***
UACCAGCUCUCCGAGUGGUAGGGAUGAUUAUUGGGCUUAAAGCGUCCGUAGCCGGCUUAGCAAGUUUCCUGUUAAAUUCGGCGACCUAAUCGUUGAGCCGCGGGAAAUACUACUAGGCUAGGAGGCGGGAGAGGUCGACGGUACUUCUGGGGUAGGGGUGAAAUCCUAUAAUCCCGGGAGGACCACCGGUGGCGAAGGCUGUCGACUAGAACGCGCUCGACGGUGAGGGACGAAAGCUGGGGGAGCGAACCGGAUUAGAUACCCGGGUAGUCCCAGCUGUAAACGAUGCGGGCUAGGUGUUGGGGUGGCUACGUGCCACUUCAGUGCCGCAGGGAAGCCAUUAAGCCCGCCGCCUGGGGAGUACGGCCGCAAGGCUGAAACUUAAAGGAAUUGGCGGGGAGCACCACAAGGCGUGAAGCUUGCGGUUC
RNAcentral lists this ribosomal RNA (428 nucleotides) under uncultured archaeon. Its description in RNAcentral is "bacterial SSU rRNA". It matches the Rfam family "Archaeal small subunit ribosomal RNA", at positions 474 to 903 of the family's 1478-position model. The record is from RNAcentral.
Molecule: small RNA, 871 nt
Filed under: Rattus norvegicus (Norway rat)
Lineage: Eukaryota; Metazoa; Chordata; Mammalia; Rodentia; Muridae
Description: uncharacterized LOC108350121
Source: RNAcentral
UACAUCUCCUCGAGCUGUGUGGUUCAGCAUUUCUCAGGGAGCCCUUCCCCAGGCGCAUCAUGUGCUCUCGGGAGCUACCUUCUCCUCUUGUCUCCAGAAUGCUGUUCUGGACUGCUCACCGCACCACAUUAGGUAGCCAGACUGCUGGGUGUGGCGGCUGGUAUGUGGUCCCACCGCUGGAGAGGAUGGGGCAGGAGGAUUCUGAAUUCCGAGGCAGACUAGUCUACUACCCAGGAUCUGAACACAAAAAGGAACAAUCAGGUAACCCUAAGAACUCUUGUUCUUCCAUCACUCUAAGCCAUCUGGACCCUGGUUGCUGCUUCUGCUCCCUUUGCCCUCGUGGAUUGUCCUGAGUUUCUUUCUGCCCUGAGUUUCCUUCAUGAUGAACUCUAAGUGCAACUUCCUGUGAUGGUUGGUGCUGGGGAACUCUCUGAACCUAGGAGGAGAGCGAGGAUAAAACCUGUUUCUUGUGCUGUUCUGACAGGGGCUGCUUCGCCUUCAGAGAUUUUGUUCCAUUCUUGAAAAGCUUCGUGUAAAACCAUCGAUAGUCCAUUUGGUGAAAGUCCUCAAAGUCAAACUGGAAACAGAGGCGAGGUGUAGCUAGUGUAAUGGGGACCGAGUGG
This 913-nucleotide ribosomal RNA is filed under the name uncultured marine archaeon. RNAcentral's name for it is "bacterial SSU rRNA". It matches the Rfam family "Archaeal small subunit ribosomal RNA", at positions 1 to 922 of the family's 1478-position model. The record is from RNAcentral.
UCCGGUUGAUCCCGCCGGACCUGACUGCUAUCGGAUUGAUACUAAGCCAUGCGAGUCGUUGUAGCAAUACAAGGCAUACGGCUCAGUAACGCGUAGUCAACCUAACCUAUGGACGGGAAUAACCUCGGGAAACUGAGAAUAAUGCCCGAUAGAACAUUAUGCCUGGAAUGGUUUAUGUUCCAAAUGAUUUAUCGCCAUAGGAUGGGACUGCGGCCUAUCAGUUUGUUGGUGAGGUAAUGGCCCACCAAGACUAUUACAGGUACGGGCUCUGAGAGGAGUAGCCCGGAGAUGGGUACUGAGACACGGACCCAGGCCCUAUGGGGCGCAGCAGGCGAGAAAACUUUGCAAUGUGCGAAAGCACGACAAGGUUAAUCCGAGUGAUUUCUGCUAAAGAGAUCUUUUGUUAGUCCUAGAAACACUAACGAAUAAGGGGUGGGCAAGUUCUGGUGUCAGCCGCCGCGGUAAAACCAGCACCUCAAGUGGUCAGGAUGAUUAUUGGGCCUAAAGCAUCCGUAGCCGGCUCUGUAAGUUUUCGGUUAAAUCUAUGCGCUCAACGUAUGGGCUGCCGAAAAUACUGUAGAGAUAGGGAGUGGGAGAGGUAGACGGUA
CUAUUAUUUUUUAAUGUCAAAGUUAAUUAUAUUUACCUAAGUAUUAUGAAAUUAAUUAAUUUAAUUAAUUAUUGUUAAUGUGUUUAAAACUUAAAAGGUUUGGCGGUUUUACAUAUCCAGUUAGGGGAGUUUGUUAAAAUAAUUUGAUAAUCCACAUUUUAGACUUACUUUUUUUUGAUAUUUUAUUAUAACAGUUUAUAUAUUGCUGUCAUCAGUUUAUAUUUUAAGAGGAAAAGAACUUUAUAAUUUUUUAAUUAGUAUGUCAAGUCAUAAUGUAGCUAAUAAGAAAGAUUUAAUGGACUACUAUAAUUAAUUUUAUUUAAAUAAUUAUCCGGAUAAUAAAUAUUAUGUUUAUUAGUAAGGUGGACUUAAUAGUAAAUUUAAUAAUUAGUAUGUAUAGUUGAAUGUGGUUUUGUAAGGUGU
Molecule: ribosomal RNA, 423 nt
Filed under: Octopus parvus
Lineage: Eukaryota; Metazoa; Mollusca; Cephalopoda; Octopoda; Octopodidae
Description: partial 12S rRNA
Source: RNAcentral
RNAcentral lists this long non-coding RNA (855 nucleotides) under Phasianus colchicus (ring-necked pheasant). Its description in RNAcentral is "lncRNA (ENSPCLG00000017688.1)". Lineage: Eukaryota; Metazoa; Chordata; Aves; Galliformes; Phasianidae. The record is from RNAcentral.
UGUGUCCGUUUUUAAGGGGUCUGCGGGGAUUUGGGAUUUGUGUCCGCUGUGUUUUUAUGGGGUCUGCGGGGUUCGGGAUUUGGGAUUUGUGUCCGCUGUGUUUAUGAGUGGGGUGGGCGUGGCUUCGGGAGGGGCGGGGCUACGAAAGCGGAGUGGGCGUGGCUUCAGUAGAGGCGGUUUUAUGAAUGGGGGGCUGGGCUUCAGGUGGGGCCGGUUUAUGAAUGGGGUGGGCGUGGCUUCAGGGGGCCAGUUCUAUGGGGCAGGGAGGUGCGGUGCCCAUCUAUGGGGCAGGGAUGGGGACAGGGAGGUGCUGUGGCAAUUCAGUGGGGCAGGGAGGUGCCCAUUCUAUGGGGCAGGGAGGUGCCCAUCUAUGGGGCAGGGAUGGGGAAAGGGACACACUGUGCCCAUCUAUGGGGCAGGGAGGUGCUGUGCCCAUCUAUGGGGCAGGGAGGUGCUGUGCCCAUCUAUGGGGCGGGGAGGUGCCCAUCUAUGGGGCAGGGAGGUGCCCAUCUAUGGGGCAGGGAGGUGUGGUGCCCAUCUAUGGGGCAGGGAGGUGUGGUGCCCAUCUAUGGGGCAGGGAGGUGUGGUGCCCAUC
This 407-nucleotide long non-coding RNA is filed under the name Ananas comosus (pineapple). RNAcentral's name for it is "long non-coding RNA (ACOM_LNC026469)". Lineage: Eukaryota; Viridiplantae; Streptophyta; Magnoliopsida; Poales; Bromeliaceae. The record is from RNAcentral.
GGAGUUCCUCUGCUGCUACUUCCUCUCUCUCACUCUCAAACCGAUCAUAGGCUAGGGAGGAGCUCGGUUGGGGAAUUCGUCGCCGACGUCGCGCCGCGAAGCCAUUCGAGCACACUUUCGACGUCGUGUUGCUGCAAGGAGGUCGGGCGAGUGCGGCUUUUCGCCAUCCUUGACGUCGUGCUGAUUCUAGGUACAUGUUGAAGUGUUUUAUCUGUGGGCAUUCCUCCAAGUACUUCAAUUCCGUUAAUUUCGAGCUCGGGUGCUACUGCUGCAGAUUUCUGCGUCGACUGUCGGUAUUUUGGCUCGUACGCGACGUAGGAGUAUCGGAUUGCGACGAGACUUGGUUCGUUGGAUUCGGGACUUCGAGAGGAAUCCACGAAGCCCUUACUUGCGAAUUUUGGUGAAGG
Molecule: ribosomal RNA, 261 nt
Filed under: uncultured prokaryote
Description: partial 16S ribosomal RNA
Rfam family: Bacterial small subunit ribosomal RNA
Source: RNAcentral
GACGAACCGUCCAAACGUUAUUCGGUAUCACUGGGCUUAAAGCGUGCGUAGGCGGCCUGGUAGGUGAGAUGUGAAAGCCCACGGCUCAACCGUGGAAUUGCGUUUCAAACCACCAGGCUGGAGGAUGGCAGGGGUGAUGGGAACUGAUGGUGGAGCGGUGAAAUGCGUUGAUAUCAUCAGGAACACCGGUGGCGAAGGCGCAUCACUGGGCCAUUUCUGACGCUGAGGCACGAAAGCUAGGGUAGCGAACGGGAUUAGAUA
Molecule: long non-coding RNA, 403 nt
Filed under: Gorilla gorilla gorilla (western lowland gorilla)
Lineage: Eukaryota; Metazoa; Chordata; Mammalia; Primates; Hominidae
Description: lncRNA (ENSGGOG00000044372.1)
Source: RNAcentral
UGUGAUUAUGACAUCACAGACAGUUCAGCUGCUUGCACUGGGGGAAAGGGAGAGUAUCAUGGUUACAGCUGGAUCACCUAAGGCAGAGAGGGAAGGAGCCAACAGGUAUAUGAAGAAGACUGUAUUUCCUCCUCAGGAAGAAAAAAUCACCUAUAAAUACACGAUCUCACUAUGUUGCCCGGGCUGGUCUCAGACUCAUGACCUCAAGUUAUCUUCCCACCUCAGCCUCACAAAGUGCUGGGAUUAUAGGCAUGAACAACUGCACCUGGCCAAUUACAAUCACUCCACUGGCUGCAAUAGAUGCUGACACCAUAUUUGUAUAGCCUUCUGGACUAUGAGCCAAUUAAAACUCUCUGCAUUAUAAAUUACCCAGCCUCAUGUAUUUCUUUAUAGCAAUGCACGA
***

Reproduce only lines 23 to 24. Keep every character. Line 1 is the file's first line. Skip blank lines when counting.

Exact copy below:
Description: partial 16S ribosomal RNA
Rfam family: Bacterial small subunit ribosomal RNA